This is not a great movie. Let’s get that out of the way right away.
Of course, the names “New Horizons” and “Roger Corman” do more or less guarantee that, at least when they show up on the same film together.
I watched this with a friend who absolutely had to see “2” after seeing the original film with me. Somehow the thought of watching a Corman sequel, even to one of his more entertaining efforts of the 90s, wouldn’t normally have crossed my mind.
Unlike its predecessor, 1993’s Carnosaur, it doesn’t give the impression of being duct-taped together from a whole collection of bits and pieces taken from other better films. Instead, it is a surprisingly straightforward action film set in the usual underground labyrinth. It seems to have very little to do with the original, and even has a different origin for the dinosaurs (assuming that the unreliable government type wasn’t lying about that as well as almost everything else). Perhaps the only element that carries over is the choice of weapons used in the final battle with the creature.
Something has gone wrong at a government facility located in the middle of the desert, where the only way in or out is by helicopter. A team of specialists is sent in to solve the problem – for a price. But what no one realizes is that its radios have gone dead because killer dinosaurs have slaughtered everyone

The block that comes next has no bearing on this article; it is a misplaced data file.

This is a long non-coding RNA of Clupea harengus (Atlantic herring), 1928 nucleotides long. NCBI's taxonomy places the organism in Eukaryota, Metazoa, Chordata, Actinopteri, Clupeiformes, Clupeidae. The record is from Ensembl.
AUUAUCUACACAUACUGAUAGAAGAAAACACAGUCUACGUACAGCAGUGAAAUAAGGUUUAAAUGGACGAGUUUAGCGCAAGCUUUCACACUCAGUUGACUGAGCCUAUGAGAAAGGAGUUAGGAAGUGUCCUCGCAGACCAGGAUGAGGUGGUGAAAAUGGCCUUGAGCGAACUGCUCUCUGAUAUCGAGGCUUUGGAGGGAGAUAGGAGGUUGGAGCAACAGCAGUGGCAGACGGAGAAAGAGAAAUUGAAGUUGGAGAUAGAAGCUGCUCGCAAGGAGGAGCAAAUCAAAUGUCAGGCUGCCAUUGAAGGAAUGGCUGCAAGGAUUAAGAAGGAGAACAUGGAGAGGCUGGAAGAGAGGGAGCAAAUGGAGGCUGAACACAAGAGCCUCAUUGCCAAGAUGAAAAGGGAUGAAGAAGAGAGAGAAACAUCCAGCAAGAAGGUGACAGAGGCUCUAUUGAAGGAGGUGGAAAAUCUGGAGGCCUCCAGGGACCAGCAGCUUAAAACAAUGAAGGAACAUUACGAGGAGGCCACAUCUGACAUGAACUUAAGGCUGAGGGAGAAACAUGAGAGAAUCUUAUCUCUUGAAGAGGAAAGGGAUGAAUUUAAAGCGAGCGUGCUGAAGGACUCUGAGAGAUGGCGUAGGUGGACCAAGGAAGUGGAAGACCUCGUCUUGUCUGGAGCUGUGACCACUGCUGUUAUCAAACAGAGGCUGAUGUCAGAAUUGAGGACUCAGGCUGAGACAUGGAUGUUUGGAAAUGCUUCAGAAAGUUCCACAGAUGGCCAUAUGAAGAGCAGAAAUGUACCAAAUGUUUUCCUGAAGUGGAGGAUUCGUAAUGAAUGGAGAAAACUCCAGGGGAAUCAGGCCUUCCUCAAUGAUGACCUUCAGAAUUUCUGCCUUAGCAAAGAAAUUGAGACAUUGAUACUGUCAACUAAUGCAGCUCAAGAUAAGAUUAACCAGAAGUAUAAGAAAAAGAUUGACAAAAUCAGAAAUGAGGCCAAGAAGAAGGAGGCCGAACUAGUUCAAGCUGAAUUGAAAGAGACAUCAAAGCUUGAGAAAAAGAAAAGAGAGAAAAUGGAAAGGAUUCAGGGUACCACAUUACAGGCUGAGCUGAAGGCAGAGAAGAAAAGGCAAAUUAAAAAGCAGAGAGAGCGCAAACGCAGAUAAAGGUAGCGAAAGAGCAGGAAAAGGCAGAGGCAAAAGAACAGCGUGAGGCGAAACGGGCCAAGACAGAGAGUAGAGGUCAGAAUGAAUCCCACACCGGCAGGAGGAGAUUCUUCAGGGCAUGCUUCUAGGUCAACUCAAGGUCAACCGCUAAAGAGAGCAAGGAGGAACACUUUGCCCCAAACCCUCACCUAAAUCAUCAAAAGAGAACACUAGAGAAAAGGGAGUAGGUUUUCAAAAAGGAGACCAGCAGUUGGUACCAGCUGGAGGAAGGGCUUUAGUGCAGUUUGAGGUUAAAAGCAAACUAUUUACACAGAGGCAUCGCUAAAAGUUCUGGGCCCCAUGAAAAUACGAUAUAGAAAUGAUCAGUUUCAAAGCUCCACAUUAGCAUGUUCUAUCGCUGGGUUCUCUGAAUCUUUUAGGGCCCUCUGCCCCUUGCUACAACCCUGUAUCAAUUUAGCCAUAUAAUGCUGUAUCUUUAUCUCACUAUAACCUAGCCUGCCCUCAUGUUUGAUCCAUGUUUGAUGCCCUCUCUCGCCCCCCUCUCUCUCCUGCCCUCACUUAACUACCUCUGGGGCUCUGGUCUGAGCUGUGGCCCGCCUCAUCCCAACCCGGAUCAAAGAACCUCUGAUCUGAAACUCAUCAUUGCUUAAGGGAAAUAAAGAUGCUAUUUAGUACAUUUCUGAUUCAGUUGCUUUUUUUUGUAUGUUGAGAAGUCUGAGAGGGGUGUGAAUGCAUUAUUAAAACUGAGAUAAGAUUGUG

Clearly, it has a lot in common with James Cameron’s Aliens, although it is something one realizes more in retrospect than while watching the film. We do get one sequence with very loud dino footsteps to remind us just which movie this is meant to be ripping off. One of the more interesting changes, however, comes when we meet the team of specialists: these aren’t the usual Seal Team or mercenary commandos. No, they are a team of Extreme Electricians!
Louis Morneau directs. Curiously, one remarkable film stands out from his string of cheap Direct-To-Video sequels to cheap Direct-To-Video movies – 1997’s Retroactive, with Jim Belushi as a redneck serial killer stuck in a time travel thriller. Carnosaur 2 doesn’t rise to such inspired heights, but it moves well, builds up a bit of suspense, and is always entertaining.
It was far better than I expected, although I’m not sure how I’d have reacted if I’d seen this one first. At least it dares to be its own beast, rather than yet another mindless copy.
And there’s a lot to be said for that, even when we’re talking midnight movies.